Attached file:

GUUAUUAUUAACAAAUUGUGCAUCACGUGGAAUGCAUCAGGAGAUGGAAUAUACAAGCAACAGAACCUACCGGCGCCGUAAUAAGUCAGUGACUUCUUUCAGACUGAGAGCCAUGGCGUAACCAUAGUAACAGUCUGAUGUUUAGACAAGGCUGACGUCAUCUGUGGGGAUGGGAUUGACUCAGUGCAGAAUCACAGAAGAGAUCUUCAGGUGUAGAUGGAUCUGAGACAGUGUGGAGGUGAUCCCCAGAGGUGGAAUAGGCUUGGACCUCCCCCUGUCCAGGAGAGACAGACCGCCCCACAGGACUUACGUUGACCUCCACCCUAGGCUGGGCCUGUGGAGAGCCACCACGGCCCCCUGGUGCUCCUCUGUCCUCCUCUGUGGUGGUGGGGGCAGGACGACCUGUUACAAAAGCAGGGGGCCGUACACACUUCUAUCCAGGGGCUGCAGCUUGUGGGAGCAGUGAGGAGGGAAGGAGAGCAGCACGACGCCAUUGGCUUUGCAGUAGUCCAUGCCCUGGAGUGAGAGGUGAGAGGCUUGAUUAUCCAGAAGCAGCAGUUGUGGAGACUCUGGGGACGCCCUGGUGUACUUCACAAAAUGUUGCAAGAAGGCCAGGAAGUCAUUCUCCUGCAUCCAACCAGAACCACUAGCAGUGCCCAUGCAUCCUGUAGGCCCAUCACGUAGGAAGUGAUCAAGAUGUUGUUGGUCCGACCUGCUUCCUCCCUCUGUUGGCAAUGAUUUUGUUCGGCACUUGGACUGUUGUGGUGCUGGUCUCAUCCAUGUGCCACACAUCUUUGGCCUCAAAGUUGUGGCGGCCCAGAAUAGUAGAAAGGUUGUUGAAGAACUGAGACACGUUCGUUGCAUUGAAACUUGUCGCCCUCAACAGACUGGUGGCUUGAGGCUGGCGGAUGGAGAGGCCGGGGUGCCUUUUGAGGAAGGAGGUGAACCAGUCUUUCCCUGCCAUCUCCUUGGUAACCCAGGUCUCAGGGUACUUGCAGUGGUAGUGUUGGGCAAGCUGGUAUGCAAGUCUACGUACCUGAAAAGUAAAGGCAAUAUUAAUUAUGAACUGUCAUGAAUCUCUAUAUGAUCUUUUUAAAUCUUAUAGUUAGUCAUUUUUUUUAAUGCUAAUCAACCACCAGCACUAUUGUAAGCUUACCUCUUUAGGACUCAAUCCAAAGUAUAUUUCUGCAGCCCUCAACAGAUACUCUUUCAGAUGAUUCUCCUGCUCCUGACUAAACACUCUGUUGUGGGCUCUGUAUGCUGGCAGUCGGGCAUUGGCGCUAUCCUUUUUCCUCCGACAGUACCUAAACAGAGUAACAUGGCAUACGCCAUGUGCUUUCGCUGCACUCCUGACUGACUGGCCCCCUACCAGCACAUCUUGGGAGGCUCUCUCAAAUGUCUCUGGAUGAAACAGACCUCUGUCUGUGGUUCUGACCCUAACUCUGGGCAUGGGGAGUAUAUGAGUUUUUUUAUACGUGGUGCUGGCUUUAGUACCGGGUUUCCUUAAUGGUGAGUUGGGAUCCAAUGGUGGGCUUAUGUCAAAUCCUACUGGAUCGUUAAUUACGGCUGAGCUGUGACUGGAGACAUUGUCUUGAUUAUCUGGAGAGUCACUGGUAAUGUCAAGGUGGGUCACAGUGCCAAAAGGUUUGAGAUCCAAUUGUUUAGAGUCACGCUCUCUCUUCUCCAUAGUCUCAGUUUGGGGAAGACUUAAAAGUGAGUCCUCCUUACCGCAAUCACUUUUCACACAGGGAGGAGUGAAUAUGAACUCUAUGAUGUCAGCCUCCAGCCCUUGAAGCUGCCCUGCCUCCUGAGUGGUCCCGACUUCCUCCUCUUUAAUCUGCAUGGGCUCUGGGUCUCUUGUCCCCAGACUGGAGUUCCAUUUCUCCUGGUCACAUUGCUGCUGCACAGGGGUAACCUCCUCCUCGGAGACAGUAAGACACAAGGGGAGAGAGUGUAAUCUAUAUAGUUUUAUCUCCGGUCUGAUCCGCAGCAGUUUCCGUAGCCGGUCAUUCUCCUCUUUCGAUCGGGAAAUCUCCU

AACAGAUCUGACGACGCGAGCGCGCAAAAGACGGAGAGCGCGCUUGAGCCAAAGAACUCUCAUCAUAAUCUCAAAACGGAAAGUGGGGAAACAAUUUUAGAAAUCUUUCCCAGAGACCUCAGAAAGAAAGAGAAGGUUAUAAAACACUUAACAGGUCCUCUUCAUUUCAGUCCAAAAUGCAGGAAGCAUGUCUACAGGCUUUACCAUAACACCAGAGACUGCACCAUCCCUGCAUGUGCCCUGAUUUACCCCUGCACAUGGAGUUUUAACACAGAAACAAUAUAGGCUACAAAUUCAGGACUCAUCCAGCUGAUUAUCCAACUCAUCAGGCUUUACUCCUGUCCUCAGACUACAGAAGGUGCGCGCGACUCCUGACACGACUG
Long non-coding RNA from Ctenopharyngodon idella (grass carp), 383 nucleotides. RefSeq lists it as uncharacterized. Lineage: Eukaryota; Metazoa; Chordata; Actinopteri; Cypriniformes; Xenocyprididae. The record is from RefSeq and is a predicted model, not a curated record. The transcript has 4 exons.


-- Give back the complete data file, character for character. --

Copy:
GUUAUUAUUAACAAAUUGUGCAUCACGUGGAAUGCAUCAGGAGAUGGAAUAUACAAGCAACAGAACCUACCGGCGCCGUAAUAAGUCAGUGACUUCUUUCAGACUGAGAGCCAUGGCGUAACCAUAGUAACAGUCUGAUGUUUAGACAAGGCUGACGUCAUCUGUGGGGAUGGGAUUGACUCAGUGCAGAAUCACAGAAGAGAUCUUCAGGUGUAGAUGGAUCUGAGACAGUGUGGAGGUGAUCCCCAGAGGUGGAAUAGGCUUGGACCUCCCCCUGUCCAGGAGAGACAGACCGCCCCACAGGACUUACGUUGACCUCCACCCUAGGCUGGGCCUGUGGAGAGCCACCACGGCCCCCUGGUGCUCCUCUGUCCUCCUCUGUGGUGGUGGGGGCAGGACGACCUGUUACAAAAGCAGGGGGCCGUACACACUUCUAUCCAGGGGCUGCAGCUUGUGGGAGCAGUGAGGAGGGAAGGAGAGCAGCACGACGCCAUUGGCUUUGCAGUAGUCCAUGCCCUGGAGUGAGAGGUGAGAGGCUUGAUUAUCCAGAAGCAGCAGUUGUGGAGACUCUGGGGACGCCCUGGUGUACUUCACAAAAUGUUGCAAGAAGGCCAGGAAGUCAUUCUCCUGCAUCCAACCAGAACCACUAGCAGUGCCCAUGCAUCCUGUAGGCCCAUCACGUAGGAAGUGAUCAAGAUGUUGUUGGUCCGACCUGCUUCCUCCCUCUGUUGGCAAUGAUUUUGUUCGGCACUUGGACUGUUGUGGUGCUGGUCUCAUCCAUGUGCCACACAUCUUUGGCCUCAAAGUUGUGGCGGCCCAGAAUAGUAGAAAGGUUGUUGAAGAACUGAGACACGUUCGUUGCAUUGAAACUUGUCGCCCUCAACAGACUGGUGGCUUGAGGCUGGCGGAUGGAGAGGCCGGGGUGCCUUUUGAGGAAGGAGGUGAACCAGUCUUUCCCUGCCAUCUCCUUGGUAACCCAGGUCUCAGGGUACUUGCAGUGGUAGUGUUGGGCAAGCUGGUAUGCAAGUCUACGUACCUGAAAAGUAAAGGCAAUAUUAAUUAUGAACUGUCAUGAAUCUCUAUAUGAUCUUUUUAAAUCUUAUAGUUAGUCAUUUUUUUUAAUGCUAAUCAACCACCAGCACUAUUGUAAGCUUACCUCUUUAGGACUCAAUCCAAAGUAUAUUUCUGCAGCCCUCAACAGAUACUCUUUCAGAUGAUUCUCCUGCUCCUGACUAAACACUCUGUUGUGGGCUCUGUAUGCUGGCAGUCGGGCAUUGGCGCUAUCCUUUUUCCUCCGACAGUACCUAAACAGAGUAACAUGGCAUACGCCAUGUGCUUUCGCUGCACUCCUGACUGACUGGCCCCCUACCAGCACAUCUUGGGAGGCUCUCUCAAAUGUCUCUGGAUGAAACAGACCUCUGUCUGUGGUUCUGACCCUAACUCUGGGCAUGGGGAGUAUAUGAGUUUUUUUAUACGUGGUGCUGGCUUUAGUACCGGGUUUCCUUAAUGGUGAGUUGGGAUCCAAUGGUGGGCUUAUGUCAAAUCCUACUGGAUCGUUAAUUACGGCUGAGCUGUGACUGGAGACAUUGUCUUGAUUAUCUGGAGAGUCACUGGUAAUGUCAAGGUGGGUCACAGUGCCAAAAGGUUUGAGAUCCAAUUGUUUAGAGUCACGCUCUCUCUUCUCCAUAGUCUCAGUUUGGGGAAGACUUAAAAGUGAGUCCUCCUUACCGCAAUCACUUUUCACACAGGGAGGAGUGAAUAUGAACUCUAUGAUGUCAGCCUCCAGCCCUUGAAGCUGCCCUGCCUCCUGAGUGGUCCCGACUUCCUCCUCUUUAAUCUGCAUGGGCUCUGGGUCUCUUGUCCCCAGACUGGAGUUCCAUUUCUCCUGGUCACAUUGCUGCUGCACAGGGGUAACCUCCUCCUCGGAGACAGUAAGACACAAGGGGAGAGAGUGUAAUCUAUAUAGUUUUAUCUCCGGUCUGAUCCGCAGCAGUUUCCGUAGCCGGUCAUUCUCCUCUUUCGAUCGGGAAAUCUCCU

AACAGAUCUGACGACGCGAGCGCGCAAAAGACGGAGAGCGCGCUUGAGCCAAAGAACUCUCAUCAUAAUCUCAAAACGGAAAGUGGGGAAACAAUUUUAGAAAUCUUUCCCAGAGACCUCAGAAAGAAAGAGAAGGUUAUAAAACACUUAACAGGUCCUCUUCAUUUCAGUCCAAAAUGCAGGAAGCAUGUCUACAGGCUUUACCAUAACACCAGAGACUGCACCAUCCCUGCAUGUGCCCUGAUUUACCCCUGCACAUGGAGUUUUAACACAGAAACAAUAUAGGCUACAAAUUCAGGACUCAUCCAGCUGAUUAUCCAACUCAUCAGGCUUUACUCCUGUCCUCAGACUACAGAAGGUGCGCGCGACUCCUGACACGACUG
Long non-coding RNA from Ctenopharyngodon idella (grass carp), 383 nucleotides. RefSeq lists it as uncharacterized. Lineage: Eukaryota; Metazoa; Chordata; Actinopteri; Cypriniformes; Xenocyprididae. The record is from RefSeq and is a predicted model, not a curated record. The transcript has 4 exons.